Neither a lawyer, nor a college graduate, and by some not even considered a tax expert, Dan Rostenkowski, 64, is one of the nation’s most powerful legislators by virtue of his chairmanship of the House Ways and Means Committee. The constitutional requirement that all revenue measures originate in the House is the source of Ways and Means power. Son of a
According to the Almanac of American Politics he started off badly in 1981, the first year of his committee post, when he “seemed determined above all else to have his name on the tax bill that passed the House.” Rostenkowski bid for support from all manner of lobbies, letting everyone tack favored provisions onto the bill in return for support. The bill lost anyway. In 1982, he went along with the Senate’s tax bill without substantial change. Since then, he has been an active leader in all manner of revenue measures, making ample use of his negotiating skills and technical ability to work the legislative machine.
Rostenkowski was largely responsible for the 1983 Social Security rescue measure and the 1984 cap on the third year of the Reagan tax cut. Sensing that the country was ready for tax reform, he brokered the 1985 measure originally sponsored by Senators Bill Bradley and Richard Gephardt, even to the point of going on television to ensure that it received support. Business leaders and tax lobbyists who, when not engaging him in a friendly golf game, bow at the waist in deference to his power on the Hill, do not accuse him of being an innovator. But neither do they find him swept away by enthusiasms that would lead to even more redistributive tax policies.
Since President Bush vetoed the first round of tax legislation this year, meaningful reform or simplification isn’t likely until 1993, after the general election. The Tax Foundation’s Chief Tax Counsel Floyd Williams found plenty to dislike in both the House and Senate bills, which reshuffled tax rates in order to give modest cuts to some middle-income ratepayers. However, the House version’s provision of 14-year amortization for purchased intangibles would, in Williams’ view, have been a major step for simplification and reduced compliance costs for business.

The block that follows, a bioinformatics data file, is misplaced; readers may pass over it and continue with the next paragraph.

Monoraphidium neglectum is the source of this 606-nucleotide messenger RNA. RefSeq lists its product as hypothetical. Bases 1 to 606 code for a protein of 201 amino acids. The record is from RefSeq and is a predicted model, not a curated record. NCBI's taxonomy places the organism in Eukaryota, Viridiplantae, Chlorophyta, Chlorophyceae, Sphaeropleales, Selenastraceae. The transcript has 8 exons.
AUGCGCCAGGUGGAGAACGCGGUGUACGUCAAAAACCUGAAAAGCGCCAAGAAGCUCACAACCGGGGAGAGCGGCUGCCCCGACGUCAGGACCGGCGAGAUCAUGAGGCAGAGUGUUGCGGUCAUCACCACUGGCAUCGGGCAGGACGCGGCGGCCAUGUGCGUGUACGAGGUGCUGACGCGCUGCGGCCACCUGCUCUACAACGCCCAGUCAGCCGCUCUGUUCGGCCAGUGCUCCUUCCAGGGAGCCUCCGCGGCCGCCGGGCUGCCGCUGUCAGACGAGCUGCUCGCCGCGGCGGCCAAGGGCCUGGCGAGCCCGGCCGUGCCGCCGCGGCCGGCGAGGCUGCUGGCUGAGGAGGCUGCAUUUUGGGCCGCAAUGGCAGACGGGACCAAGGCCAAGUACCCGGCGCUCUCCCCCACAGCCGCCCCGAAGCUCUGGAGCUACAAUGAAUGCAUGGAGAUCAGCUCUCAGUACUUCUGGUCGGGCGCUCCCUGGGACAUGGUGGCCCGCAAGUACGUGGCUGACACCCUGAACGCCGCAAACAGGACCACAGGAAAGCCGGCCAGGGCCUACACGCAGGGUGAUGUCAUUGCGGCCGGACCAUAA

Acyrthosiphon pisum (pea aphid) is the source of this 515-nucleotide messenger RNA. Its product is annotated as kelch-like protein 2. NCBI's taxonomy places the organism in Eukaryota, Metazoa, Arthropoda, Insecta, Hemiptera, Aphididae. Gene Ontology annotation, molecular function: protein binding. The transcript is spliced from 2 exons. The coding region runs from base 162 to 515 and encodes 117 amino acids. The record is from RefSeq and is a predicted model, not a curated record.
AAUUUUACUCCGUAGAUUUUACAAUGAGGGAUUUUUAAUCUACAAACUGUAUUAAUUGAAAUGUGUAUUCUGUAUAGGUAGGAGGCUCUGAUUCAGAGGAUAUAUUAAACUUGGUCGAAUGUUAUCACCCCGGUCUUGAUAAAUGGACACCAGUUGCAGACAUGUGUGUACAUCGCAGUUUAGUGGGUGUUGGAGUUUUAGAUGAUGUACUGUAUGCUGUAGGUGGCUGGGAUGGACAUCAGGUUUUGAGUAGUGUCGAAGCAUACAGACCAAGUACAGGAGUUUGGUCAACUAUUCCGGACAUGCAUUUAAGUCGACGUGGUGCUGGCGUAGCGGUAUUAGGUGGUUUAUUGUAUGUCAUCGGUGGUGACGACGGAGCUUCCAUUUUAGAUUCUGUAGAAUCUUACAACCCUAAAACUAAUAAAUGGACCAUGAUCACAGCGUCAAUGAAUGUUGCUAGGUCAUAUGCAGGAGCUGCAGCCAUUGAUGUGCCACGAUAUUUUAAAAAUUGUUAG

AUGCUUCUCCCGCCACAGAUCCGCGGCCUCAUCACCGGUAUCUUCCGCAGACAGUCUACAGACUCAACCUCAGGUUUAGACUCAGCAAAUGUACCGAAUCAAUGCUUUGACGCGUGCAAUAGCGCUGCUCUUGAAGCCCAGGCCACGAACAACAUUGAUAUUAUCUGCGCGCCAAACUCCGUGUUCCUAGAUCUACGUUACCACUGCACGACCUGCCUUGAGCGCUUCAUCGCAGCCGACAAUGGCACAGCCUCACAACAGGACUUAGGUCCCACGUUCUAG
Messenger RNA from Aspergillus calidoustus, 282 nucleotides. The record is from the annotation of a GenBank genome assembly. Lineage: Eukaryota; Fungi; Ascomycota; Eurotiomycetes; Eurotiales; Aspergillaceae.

CE asked the affable Rostenkowski to tell CEOs where tax policy is headed.
SLASHING THE DEFICIT
What do you think should be done through the tax code to spur American business and to strengthen the economic recovery?
The best way to strengthen the American economy is to reduce the deficit. That means that we should not pursue tax changes, however meritorious, unless they are done in a way that is at least revenue neutral.
I don’t like industry-specific policies-picking winners and losers. That is why the economic recovery program I proposed earlier this year included a one point cut in both the corporate tax rate and the minimum tax rate. This proposal unfortunately died, largely because of a near total lack of support from the corporate community.
Until there’s some consensus from the business sector about what should be done, tax remedies to aid the economy will be on the back burner.
What would you like to see done to encourage savings and investment?
Saving and consuming are two elements in the same equation. Obviously, our economy would be healthier if there was more savings and capital available for investment. A balanced federal budget would go a long way toward addressing our national savings and capital formation problems.
Reducing the deficit is the most effective way of making more money available for productive investment. I am generally wary of using the tax code to provide savings incentives.
The business community needs stability and certainty in the tax law, yet, in recent years, it seems as if the tax law has changed annually. Do you see any solution to this problem?
All taxpayers, including the corporate community, would benefit from an extended period of tax stability. Yet there is constant pressure from many taxpayers to change the tax laws and make certain provisions more advantageous to them. Earlier this year, the pressure came from the president and his demand that we produce a tax bill in six weeks.